This essay is adapted from Dear Data by Giorgia Lupi and Stefanie Posavec, published by Princeton Architectural Press (2016).
The two of us only met two times in our lives before starting this laborious personal project we called Dear Data. In these two moments, we discovered we have seemingly lived parallel lives, personally and professionally, sharing incredibly unique similar stories: We absolutely needed to get to know each other better. But we didn’t become friends by chatting in cafés and bars or on social media. Instead we started an old-fashioned correspondence with an unusual twist. Each week, for a year, we chose a particular subject on which to collect data about ourselves: how often we complained, or the times when we felt envious; when we came into physical contact and with whom; the sounds we heard around us. We then created a drawing representing this data on a postcard-size sheet of paper and dropped the postcard into an English post box (Stefanie) or an American mailbox (Giorgia).
Over the 52 weeks, collecting data about our lives became a kind of ritual. We would spend the week noticing and noting down our activities or thoughts, before translating this information into a hand-drawn visualization. On the front of the postcard there would be a unique representation of our weekly data, and, on the other side (in addition to the necessary postage and address), we would squeeze in detailed keys to our drawings: the code to enable the recipient to decipher the picture, and to fantasize about what had happened to her new friend the week before.
We started Dear Data as a way to get know each other through our data, the material that is most familiar to us. But we soon found we were also becoming more in tune with ourselves as we captured the life unfolding around us and sketched the hidden patterns we discovered in the details. By noticing our behavior, we were influencing our behavior.
We believe data collected from life can be a snapshot of the world in the same way that a picture catches small moments in time. Data can describe the hidden patterns found in every aspect of our lives, from our digital existence to the natural world around us. Besides finding data in the world around us, we are all creating data just by living: Our purchases, our movements through the city, our explorations across the internet all contribute to the “data trail” we leave in our wake as we move through life. This data is being collected, counted, and computed—on a massive scale by companies and institutions seeking insights and answers, and on a smaller scale by individuals seeking to understand more about themselves, using data to “quantify” the self and become more efficient, optimized humans.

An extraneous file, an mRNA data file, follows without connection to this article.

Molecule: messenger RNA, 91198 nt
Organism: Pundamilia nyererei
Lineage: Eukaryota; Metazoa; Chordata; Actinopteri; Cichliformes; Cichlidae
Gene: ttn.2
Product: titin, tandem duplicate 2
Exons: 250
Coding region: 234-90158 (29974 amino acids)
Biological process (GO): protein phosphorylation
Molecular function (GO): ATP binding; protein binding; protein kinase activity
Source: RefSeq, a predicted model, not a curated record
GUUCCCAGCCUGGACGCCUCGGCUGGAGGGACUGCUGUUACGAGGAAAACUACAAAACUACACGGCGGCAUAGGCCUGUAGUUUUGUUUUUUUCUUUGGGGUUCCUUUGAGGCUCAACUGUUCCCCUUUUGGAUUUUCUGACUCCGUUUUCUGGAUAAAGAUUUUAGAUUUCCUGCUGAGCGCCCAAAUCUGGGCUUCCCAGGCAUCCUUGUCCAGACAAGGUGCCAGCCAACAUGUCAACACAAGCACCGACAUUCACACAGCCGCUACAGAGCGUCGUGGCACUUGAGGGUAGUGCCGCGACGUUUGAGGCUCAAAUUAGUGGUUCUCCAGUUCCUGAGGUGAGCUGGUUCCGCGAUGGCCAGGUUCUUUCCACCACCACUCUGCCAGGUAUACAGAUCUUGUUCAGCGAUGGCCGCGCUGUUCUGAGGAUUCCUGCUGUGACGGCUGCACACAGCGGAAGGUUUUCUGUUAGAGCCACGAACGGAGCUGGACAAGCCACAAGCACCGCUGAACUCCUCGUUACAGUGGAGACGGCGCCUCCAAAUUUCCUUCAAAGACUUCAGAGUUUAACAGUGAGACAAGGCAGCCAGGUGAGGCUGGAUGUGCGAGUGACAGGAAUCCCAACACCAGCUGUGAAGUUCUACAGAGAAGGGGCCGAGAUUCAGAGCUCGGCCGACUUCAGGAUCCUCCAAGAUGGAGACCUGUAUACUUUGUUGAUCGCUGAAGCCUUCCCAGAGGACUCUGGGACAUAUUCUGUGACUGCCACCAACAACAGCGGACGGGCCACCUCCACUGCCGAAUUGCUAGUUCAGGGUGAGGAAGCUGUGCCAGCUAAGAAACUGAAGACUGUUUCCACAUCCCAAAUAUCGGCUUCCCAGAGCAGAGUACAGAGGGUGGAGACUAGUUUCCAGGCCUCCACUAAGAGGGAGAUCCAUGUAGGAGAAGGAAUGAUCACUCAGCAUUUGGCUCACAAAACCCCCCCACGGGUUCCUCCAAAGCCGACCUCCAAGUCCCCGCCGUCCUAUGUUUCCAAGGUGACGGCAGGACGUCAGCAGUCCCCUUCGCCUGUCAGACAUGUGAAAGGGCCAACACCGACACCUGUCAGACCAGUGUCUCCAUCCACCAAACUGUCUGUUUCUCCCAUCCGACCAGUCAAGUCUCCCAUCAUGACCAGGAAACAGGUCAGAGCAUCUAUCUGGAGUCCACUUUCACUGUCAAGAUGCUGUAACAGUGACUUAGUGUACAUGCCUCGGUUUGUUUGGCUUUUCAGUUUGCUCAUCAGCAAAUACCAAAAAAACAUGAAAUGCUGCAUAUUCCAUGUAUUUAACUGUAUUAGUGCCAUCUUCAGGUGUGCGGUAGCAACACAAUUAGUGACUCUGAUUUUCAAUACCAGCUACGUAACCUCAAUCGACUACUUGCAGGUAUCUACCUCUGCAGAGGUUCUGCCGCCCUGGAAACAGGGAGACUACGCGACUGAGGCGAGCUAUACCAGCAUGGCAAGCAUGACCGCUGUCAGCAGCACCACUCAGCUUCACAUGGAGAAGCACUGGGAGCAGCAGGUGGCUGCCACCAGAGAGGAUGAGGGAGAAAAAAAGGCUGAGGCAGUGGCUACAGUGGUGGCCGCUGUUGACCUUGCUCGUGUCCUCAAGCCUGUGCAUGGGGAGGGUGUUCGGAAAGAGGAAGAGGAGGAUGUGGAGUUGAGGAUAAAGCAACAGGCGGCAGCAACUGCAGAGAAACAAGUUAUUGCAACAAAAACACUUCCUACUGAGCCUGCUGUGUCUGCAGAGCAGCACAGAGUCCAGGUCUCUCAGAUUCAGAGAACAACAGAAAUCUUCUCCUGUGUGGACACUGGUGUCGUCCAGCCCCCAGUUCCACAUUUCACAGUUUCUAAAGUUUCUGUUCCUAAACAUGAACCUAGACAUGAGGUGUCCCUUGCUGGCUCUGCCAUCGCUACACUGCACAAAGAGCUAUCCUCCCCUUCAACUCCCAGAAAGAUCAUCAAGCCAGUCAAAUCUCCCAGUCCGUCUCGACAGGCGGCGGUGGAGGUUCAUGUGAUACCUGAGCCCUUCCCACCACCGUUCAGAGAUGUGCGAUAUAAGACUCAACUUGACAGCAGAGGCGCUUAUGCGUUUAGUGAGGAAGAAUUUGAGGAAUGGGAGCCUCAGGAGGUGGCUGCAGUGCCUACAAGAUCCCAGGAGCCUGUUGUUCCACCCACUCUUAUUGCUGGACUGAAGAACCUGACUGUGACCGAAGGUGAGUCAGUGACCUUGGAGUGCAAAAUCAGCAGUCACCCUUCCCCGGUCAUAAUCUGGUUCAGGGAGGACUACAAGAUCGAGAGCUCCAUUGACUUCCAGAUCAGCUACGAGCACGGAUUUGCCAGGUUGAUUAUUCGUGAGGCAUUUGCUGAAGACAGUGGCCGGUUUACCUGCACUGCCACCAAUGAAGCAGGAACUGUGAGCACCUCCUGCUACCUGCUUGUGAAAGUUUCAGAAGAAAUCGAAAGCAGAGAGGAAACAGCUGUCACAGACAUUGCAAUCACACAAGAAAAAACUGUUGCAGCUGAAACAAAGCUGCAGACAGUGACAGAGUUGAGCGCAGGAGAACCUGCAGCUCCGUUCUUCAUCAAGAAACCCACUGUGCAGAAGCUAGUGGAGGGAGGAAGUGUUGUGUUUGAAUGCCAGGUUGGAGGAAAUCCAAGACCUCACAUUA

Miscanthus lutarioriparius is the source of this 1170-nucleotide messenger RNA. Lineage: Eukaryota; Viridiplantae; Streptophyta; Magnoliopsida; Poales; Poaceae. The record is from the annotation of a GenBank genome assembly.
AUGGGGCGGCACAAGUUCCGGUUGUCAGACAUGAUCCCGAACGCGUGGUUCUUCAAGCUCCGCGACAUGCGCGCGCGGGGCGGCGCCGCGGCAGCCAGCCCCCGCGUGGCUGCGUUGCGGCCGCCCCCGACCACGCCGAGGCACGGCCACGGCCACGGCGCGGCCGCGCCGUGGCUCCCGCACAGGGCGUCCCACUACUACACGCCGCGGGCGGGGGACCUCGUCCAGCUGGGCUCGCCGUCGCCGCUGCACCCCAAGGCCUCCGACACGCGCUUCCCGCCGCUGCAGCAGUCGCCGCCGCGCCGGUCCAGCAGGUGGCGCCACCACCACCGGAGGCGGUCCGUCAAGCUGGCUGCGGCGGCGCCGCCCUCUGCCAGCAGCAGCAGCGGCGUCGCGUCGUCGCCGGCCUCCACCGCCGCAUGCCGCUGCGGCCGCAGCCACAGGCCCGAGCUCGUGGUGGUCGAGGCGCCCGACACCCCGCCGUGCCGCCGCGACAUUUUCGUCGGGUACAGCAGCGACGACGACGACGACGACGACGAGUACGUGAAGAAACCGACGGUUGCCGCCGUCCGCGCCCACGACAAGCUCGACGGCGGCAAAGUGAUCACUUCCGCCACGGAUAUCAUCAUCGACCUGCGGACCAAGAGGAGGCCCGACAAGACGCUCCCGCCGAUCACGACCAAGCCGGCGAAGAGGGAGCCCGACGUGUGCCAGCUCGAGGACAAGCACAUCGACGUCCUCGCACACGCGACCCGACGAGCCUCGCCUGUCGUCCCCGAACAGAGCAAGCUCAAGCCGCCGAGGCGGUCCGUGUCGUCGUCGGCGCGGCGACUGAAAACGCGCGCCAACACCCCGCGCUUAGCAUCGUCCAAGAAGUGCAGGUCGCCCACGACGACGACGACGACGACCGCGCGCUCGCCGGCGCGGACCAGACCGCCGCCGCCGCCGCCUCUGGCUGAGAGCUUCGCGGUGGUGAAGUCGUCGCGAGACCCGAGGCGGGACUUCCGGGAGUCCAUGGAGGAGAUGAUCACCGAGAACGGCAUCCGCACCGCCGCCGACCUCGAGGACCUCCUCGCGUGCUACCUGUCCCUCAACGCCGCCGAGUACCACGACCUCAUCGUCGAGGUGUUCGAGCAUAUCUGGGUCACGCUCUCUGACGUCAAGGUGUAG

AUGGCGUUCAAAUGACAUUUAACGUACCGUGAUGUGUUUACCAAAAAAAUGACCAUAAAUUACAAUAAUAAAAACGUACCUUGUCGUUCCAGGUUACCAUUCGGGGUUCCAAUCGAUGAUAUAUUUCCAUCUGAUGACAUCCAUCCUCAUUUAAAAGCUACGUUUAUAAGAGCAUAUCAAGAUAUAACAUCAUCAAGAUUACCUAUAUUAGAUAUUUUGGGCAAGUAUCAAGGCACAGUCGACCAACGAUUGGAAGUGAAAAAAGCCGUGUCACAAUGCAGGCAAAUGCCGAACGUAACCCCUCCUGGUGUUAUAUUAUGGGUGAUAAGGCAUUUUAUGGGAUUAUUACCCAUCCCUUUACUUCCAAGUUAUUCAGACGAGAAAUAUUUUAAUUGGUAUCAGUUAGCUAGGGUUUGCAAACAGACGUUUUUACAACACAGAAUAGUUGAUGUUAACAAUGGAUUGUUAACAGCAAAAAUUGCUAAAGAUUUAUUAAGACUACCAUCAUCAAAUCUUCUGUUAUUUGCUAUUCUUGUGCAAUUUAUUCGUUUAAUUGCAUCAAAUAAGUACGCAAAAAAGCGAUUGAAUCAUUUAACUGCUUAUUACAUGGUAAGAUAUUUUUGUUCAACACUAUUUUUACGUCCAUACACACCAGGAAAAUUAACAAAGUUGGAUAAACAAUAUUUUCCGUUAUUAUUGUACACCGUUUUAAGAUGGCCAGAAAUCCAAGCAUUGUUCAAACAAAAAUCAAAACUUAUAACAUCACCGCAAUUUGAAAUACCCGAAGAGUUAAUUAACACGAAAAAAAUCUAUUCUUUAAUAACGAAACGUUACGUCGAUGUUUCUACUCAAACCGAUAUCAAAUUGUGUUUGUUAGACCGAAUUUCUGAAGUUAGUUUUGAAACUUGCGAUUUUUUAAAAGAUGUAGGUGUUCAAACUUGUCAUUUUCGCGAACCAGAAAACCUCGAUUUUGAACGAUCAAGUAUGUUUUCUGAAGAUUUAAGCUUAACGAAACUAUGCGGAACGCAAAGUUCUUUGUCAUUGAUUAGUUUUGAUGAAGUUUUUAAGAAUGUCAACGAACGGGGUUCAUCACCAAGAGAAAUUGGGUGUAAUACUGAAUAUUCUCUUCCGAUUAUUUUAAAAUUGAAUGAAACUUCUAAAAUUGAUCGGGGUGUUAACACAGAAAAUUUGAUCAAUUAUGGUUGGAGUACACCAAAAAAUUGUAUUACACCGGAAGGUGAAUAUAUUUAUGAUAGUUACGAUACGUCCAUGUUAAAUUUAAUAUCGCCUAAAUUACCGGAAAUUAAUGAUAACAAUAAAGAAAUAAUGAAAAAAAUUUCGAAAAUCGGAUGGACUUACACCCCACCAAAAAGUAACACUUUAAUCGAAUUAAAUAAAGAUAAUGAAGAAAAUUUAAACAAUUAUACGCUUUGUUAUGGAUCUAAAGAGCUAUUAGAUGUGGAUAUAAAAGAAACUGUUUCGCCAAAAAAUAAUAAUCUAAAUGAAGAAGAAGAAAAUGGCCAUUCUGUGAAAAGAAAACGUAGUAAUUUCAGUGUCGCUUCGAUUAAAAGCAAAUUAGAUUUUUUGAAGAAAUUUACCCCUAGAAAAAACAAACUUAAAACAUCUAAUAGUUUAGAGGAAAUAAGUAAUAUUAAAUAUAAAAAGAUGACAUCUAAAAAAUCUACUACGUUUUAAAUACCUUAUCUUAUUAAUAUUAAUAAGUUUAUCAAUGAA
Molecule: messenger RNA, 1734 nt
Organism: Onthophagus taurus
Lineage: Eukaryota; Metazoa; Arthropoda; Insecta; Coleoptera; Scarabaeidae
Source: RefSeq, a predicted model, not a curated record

Because of this, we are said to be living in the age of “Big Data,” where algorithms and computation are seen as the new keys to universal questions, and where a myriad of applications can detect, aggregate, and visualize our data for us to help us become these efficient superhumans. We prefer to approach data in a slower, more analog way. Instead of using data just to become more efficient, we can use it to become more humane and to connect with ourselves and others at a deeper level.
In the cards below, we decided to explore our phone usage in a week. Although both reflect why we picked up our phones, Giorgia’s card also looks at the correlation between where she checks her phone and what she does with it while Stefanie’s tracks her first activity after every time she picked up her phone. Even though the topic of some weeks—like this one—could seem quite impersonal, we would purposely add small qualitative details, contextualizing our data logs to tell each other nuanced stories about our days through the pretext of our data collection. (And yes, we both need to cut the cord with our phones, but who doesn’t?)
This article is part of Future Tense, a collaboration among Arizona State University, New America, and Slate. Future Tense explores the ways emerging technologies affect society, policy, and culture. To read more, follow us on Twitter and sign up for our weekly newsletter.